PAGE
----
Blake Edwards’s expert direction amplified those subtle comedy bits that were dependent on offscreen action, screen direction, exquisite timing and precise compositions in long shot. The impact of these techniques is not nearly as effective on television, or, heaven forbid, computers. The best example occurs near the end of the film after several characters in gorilla suits leave a costume party then jump in tiny cars to chase each other. A local resident watches dead pan as a gorilla drives a car across the street in front of him and exits screen right just as another gorilla in another tiny car follows. Filmed primarily in long shots with minimal editing, the sequence is funny because we have time to take in the absurdity of a gorilla driving a car, just like the local who has been carefully positioned in center frame.

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Art School Confidential (2006)

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To view Art School Confidential click here.

Director Terry Zwigoff got his start with a short documentary about an obscure country-blues musician that was titled Louie Blue (1985). In 1994 he hit the big time with Crumb, another documentary but this time one focused on the famous underground cartoonist Robert Crumb. Crumb won countless awards and featured an amazing soundtrack full of “’78s of the late 1920s and early ’30s – jazz, blues, ragtime, and country music.” Continuing on in the liner notes to the soundtrack, Zwigoff adds: “This music seemed to fit the film somehow anyway. I’m glad, because by the time I was through with all the post-production, editing, sound-cutting, mixing, etc., I’d been forced to listen to these tunes hundreds of times each. Glad I started out with music I loved or it would have been sheer torture.” Seven years later Crumb was followed by Ghost World. Two years after that, improbably (and I say that because, really, who could have anticipated it): Bad Santa. Then, in 2006, Zwigoff made Art School Confidential, centered on a fictional art school based on Pratt Institute, and which somehow ties everything together insofar as all three of Zwigoff’s fiction films were written by Pratt Institute alumni.

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You’re Never Too Old to Discover Danny Kaye

HANS CHRISTIAN ANDERSEN, Danny Kaye, Joey Walsh, 1952.

To view Hans Christian Andersen click here.

I have a confession to make, and this is just between us, ok? Up until a few months ago, I had never seen a Danny Kaye film. Not a single one. And before you think I’m accidentally forgetting White Christmas (1954) –nope. Never seen that one, either. For whatever reason, all these years I had rather stubbornly made up my mind that I didn’t like Danny Kaye. I had no explanation and entirely no basis for this formed opinion of mine. I even playfully argued with a good friend, and when he pressed me for a reason why, my response was simply, “Meh. Not my cup of tea.” How ridiculous is that? It’s a completely unfair, unreasonable and irrational stance. And after watching my very first Danny Kaye film, I felt embarrassment and regret for casually reducing the enormous contributions of such an immensely talented entertainer, one who left an indelible mark on Hollywood and pop culture, to an arrogant “meh.” The more I think about it, perhaps I owe my unfounded dislike to Clark Griswold and his hysterically colorful Christmas Eve tirade. I’m sure at some point I thought, “Ha! That’s a funny joke. Well, that’s all I need to know about Danny Kaye. I think that’ll do.”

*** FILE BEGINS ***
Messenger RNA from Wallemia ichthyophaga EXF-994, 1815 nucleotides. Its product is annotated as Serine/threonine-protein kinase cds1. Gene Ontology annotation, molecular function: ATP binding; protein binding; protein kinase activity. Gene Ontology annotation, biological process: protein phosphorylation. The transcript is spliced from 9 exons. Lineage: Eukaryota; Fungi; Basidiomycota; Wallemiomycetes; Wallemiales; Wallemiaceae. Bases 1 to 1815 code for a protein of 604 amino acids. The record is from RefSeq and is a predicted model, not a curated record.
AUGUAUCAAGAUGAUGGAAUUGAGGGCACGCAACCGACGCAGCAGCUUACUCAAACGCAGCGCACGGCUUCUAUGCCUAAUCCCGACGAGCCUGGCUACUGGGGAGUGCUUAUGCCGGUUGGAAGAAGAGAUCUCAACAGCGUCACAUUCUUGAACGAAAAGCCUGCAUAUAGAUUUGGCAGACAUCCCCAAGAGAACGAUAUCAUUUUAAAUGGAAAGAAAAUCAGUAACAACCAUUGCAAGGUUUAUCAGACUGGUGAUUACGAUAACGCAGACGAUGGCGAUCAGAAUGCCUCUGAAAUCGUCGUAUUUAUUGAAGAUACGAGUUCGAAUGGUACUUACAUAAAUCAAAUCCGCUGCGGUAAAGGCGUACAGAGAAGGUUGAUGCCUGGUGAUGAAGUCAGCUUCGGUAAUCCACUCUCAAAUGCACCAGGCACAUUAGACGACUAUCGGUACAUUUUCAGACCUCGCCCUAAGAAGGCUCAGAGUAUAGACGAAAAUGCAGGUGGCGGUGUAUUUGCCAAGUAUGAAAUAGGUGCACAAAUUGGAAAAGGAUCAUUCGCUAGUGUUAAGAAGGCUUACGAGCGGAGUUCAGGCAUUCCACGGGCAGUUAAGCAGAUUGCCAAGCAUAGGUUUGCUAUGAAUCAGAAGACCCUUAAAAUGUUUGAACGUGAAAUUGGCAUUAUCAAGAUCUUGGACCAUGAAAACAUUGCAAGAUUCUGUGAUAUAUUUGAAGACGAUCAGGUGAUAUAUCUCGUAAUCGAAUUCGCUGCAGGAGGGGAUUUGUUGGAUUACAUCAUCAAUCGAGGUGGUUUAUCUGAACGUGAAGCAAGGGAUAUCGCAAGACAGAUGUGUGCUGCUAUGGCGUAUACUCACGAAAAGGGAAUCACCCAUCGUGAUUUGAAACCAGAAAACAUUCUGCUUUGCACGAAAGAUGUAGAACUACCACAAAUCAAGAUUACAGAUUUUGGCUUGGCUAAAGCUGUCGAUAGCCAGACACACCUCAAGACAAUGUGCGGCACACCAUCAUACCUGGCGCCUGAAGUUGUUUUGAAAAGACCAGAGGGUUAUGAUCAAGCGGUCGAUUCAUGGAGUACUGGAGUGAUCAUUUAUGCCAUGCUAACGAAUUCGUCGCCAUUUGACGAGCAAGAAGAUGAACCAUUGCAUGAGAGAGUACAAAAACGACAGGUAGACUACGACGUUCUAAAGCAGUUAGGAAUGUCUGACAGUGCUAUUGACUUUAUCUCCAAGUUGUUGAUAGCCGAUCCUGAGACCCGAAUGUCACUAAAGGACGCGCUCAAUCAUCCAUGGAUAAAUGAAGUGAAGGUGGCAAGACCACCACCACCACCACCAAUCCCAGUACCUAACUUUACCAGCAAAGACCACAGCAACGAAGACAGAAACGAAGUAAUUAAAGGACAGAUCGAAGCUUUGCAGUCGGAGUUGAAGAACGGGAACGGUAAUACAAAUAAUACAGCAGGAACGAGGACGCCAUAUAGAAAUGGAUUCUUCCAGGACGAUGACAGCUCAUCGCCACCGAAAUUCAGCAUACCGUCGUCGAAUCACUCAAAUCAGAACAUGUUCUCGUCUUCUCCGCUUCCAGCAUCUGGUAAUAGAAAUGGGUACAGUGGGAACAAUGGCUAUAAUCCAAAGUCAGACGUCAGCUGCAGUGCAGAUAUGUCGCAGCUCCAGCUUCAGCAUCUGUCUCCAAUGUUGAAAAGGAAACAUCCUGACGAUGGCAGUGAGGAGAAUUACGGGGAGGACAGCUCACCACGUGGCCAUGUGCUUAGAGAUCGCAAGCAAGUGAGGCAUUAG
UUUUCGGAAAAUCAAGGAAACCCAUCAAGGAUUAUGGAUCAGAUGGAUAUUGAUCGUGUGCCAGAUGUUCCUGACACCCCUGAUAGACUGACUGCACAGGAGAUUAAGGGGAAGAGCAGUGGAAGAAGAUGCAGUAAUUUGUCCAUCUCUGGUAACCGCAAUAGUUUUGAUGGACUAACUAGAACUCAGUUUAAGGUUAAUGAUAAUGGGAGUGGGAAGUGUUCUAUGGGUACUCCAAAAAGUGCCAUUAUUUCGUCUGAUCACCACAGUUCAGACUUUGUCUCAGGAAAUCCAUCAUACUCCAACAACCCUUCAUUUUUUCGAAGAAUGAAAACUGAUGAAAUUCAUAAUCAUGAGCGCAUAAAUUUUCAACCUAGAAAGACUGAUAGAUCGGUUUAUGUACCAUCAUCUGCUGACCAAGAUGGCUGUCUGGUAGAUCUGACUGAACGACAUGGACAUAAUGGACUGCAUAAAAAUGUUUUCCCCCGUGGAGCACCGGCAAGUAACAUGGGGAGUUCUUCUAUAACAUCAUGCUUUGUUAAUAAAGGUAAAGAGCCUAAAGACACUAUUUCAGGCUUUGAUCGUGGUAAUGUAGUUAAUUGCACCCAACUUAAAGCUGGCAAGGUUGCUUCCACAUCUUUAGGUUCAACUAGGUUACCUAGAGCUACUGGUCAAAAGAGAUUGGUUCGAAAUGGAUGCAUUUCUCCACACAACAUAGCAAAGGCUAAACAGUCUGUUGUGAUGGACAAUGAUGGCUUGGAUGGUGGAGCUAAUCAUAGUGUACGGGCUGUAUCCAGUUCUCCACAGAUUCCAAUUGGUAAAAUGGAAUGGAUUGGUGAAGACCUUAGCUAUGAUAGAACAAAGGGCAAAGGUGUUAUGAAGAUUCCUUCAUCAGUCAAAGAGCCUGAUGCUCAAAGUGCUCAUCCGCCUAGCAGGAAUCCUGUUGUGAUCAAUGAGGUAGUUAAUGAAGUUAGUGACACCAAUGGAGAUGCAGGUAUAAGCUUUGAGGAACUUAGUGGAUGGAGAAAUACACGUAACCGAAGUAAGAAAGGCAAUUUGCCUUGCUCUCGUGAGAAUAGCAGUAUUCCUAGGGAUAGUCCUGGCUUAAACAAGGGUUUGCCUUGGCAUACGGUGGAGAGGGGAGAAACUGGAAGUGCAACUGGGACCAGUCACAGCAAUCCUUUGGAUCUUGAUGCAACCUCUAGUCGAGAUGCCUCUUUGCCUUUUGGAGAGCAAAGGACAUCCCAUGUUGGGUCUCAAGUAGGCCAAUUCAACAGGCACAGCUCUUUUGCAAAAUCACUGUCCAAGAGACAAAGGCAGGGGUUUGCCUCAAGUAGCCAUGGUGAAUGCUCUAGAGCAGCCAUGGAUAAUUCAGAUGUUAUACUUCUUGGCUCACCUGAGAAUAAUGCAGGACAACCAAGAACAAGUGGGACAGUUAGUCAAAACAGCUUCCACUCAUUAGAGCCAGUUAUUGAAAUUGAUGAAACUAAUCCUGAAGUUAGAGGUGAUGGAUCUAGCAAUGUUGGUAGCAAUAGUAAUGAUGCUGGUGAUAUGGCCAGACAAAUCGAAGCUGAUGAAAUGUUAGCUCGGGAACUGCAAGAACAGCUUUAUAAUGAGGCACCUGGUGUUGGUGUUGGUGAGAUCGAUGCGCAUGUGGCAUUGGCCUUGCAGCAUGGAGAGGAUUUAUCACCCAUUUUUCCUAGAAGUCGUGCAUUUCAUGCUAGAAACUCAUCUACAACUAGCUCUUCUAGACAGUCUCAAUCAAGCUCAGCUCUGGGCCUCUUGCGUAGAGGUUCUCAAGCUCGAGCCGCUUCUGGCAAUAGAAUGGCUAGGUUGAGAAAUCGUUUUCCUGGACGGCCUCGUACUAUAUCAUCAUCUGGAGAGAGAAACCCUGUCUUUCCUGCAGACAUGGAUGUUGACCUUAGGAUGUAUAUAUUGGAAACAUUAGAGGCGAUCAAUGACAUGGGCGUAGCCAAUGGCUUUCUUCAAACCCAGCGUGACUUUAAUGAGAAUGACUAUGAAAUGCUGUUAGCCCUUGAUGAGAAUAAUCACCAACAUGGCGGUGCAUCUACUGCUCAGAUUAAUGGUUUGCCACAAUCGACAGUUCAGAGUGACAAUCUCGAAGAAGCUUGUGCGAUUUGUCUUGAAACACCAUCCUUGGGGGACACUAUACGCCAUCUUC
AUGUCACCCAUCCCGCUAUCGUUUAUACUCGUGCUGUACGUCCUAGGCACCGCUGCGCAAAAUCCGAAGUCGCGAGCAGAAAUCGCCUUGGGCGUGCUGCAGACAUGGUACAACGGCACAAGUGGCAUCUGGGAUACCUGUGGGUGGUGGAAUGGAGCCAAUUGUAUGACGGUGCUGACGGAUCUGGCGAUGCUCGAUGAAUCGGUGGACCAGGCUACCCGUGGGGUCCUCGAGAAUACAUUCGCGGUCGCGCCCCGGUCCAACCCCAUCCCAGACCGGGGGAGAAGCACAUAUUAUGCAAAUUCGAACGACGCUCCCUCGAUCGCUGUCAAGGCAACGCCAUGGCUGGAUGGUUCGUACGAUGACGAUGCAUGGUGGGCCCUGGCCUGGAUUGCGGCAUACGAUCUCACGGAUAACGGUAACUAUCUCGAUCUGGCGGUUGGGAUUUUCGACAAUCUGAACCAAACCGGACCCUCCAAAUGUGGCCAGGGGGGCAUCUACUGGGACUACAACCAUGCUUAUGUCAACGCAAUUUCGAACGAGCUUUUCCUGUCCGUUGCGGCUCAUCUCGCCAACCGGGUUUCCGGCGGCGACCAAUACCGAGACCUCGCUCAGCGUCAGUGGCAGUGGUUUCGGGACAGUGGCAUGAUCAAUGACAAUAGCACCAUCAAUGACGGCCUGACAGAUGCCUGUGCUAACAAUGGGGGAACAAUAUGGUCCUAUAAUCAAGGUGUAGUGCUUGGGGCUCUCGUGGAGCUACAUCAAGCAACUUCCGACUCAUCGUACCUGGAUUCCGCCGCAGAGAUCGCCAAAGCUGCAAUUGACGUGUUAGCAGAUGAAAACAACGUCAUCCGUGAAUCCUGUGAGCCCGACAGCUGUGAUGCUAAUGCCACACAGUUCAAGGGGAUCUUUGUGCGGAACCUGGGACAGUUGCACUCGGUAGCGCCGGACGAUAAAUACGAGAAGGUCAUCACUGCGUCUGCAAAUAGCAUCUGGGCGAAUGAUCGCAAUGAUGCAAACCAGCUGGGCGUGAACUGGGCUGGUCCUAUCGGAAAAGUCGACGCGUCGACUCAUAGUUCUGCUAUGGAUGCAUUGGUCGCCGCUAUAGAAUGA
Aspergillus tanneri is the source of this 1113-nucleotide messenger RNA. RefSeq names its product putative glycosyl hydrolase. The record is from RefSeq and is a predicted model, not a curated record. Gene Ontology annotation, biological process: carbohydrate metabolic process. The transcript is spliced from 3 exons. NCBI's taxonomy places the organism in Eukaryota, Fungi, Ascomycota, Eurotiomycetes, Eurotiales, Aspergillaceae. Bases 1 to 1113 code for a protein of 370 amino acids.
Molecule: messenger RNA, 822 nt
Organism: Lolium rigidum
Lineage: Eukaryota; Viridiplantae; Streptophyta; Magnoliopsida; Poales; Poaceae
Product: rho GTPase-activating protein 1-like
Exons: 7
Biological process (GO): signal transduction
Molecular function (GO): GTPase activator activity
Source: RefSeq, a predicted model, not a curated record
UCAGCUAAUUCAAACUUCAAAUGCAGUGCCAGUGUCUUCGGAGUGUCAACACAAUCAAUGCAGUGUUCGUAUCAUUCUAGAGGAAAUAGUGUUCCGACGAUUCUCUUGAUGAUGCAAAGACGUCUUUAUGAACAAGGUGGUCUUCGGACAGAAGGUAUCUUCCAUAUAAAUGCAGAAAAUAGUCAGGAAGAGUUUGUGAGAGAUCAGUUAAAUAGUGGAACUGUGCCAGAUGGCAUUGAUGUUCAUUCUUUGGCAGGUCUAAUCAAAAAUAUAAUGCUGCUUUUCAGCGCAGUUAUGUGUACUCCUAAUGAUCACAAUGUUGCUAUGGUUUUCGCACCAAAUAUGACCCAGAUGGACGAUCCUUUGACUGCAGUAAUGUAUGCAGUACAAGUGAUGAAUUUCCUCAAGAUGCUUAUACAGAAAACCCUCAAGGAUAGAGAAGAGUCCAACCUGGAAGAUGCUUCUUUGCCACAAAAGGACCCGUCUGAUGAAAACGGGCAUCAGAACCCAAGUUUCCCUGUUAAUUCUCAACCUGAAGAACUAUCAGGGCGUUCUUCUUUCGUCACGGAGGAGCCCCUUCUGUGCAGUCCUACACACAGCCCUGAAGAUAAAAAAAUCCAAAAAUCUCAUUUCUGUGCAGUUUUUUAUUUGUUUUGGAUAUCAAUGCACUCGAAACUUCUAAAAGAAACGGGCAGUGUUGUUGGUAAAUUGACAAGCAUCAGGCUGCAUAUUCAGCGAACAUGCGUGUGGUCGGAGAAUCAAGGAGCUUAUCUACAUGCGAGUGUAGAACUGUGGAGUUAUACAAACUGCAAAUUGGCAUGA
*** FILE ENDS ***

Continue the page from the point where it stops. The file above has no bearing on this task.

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Keep on Buckin’… the System: Crumb (1994)

Crumb (1994)  Directed by Terry Zwigoff Shown: Robert Crumb

Terry Zwigoff’s Crumb enters FilmStruck at roughly 8:00pm ET today.

Near the end of the 1994 documentary Crumb, directed by Terry Zwigoff, we see Robert Crumb and his wife, Aline Kominsky-Crumb, in their home supervising movers as they get ready to head out. Out of the country, that is. They’re moving to France and Crumb wonders if the “football jocks” can handle moving his delicate records. This leads Aline to relate a story of some people in Eureka that she visited who had a big football helmet chair and a “fat teenager” sitting in it in front of the tv playing Nintendo. Crumb says, rather condescendingly, “You don’t see much of that in France.” Crumb never had much regard for people leading lives mapped out for them by corporate culture and mass media. He even rants at an earlier point about people walking around with logos on their hats and shirts, paying corporations to advertise for them.  In many ways, it’s the most fitting possible coda to an examination of Robert Crumb, an artist whose adult life could be adequately described as an endless fight against copyright infringement, artistic mediocrity, and anything that might make him acceptable to the public at large.